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Success! Rosemary from Kenya raised $1,260 to fund a hysterectomy so that she can live pain-free.

Rosemary
100%
  • $1,260 raised, $0 to go
$1,260
raised
$0
to go
Fully funded
Rosemary's treatment was fully funded on October 22, 2021.

Photo of Rosemary post-operation

November 2, 2021

Rosemary underwent a hysterectomy so that she can live cancer and pain-free.

Rosemary could not hide her joy now that she received the treatment she needed. She had a diagnosis of cervical carcinoma affecting her uterus. Her hysterectomy went well and she is now back home recovering. Her doctors shared that her surgery was successful and went as planned. Rosemary is scheduled for a clinic visit after two weeks so the team and support her full healing.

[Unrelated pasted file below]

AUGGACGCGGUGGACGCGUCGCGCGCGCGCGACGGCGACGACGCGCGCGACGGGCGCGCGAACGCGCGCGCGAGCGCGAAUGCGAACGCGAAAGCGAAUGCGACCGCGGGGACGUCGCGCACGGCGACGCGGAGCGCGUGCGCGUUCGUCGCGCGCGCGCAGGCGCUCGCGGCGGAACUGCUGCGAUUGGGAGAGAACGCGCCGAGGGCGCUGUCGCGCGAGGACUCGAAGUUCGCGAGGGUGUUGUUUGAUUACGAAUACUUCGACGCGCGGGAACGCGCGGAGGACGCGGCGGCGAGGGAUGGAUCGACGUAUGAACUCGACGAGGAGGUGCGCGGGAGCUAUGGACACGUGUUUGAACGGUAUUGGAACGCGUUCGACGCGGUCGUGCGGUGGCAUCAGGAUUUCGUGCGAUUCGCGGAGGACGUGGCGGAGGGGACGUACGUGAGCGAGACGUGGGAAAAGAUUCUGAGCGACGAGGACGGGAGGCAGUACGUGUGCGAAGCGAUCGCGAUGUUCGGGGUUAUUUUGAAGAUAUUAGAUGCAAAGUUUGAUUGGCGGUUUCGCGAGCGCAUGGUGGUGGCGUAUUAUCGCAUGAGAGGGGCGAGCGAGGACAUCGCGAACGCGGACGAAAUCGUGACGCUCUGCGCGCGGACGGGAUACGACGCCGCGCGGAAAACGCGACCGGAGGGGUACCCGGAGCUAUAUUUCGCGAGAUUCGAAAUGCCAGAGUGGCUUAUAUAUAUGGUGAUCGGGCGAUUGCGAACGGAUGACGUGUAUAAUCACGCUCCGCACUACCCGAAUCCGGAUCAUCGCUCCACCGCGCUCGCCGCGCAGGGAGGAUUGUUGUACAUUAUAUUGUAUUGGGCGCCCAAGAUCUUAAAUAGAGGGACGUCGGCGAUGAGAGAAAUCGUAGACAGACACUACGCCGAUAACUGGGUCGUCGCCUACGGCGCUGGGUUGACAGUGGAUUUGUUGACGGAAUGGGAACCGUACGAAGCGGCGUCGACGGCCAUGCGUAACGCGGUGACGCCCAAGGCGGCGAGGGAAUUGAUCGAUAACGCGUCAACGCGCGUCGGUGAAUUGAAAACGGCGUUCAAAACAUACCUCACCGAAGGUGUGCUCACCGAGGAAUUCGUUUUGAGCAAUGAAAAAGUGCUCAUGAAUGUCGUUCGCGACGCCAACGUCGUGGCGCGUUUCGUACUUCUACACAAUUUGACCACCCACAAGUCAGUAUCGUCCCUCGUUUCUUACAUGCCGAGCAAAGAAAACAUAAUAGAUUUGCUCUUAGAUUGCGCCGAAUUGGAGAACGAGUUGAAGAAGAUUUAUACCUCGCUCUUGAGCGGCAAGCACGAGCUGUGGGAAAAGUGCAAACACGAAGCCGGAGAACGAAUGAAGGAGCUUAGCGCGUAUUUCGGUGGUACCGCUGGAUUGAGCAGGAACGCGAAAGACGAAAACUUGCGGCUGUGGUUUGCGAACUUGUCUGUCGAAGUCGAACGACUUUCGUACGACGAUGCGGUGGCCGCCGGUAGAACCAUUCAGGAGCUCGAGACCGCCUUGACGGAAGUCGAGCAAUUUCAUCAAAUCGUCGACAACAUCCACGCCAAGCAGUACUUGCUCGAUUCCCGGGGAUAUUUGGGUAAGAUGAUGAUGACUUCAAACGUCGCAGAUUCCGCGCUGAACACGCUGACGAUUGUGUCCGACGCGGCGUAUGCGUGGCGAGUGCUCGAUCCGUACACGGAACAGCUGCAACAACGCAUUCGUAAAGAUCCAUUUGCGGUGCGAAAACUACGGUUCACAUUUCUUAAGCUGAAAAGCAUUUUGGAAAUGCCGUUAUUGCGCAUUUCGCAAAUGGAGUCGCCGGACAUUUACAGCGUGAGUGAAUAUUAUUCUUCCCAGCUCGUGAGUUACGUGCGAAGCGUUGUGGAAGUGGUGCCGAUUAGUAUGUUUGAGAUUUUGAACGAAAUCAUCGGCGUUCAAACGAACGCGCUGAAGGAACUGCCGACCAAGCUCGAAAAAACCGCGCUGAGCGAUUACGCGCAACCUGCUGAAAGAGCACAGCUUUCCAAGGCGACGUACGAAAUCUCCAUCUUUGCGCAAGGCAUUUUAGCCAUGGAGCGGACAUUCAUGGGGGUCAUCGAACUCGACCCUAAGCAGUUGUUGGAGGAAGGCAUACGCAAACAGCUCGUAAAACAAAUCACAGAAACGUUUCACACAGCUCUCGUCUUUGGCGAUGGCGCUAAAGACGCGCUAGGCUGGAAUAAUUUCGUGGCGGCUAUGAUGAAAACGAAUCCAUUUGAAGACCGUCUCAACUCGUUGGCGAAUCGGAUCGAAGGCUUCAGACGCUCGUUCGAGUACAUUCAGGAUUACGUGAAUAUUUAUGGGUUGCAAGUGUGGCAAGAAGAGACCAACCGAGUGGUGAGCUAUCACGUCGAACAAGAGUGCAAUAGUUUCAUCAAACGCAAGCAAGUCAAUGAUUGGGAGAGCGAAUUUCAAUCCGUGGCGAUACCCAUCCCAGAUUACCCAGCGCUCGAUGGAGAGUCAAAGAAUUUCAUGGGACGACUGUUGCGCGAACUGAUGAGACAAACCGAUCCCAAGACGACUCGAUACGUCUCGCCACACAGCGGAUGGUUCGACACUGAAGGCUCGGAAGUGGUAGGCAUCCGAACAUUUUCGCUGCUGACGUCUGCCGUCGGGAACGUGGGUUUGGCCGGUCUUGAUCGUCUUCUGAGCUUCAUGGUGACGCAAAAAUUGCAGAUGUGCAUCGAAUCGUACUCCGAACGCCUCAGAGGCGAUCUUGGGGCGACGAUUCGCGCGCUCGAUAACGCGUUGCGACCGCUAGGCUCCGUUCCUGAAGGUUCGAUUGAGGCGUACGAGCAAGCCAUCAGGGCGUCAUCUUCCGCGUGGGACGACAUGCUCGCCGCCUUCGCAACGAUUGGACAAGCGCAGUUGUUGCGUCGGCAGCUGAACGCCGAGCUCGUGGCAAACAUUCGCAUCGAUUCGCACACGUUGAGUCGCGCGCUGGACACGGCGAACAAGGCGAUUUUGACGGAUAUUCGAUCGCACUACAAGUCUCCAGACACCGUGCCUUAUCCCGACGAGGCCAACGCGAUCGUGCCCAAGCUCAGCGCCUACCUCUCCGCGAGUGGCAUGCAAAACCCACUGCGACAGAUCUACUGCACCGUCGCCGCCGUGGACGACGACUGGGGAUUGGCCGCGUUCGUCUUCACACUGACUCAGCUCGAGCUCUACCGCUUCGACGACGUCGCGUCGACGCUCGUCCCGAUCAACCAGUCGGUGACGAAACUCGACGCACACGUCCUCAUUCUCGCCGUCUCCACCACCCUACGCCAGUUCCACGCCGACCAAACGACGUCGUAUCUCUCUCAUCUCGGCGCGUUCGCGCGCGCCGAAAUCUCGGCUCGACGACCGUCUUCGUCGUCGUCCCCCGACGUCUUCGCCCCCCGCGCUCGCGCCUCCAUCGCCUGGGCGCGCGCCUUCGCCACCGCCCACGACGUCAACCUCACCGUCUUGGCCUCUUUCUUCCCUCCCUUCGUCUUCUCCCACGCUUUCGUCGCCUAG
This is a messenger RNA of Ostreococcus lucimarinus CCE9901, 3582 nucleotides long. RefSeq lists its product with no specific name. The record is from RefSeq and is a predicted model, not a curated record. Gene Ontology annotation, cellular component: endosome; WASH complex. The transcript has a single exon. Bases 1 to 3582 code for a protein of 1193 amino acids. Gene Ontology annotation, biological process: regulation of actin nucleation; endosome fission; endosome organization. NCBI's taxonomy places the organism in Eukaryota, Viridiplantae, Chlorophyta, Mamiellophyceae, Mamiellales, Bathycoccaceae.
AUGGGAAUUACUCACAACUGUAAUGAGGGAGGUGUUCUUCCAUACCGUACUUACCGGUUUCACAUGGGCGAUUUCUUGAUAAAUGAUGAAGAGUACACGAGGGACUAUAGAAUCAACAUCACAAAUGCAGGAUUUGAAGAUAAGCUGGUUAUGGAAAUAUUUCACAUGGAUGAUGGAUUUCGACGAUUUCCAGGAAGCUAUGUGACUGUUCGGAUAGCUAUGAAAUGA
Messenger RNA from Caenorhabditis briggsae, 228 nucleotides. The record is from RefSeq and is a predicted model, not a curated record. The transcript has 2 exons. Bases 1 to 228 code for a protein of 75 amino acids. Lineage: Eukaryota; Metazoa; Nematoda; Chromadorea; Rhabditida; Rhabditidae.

Rosemary says, “We thank God I received this treatment. I hope I will be able to heal completely and be cancer-free.”

Rosemary could not hide her joy now that she received the treatment she needed. She had a diagnosis of cervical carcinoma affecting her uter...

Read more
September 20, 2021

Rosemary is a 38-year-old small scale tea farmer. She is married and has four children. Together, she and her husband tend to a half-acre piece of land.

In June 2020, while pregnant, Rosemary began experiencing troubling symptoms. She was able to have her baby and has now been diagnosed with cervical cancer. She needs to undergo a hysterectomy, a procedure in which surgeons will remove her uterus.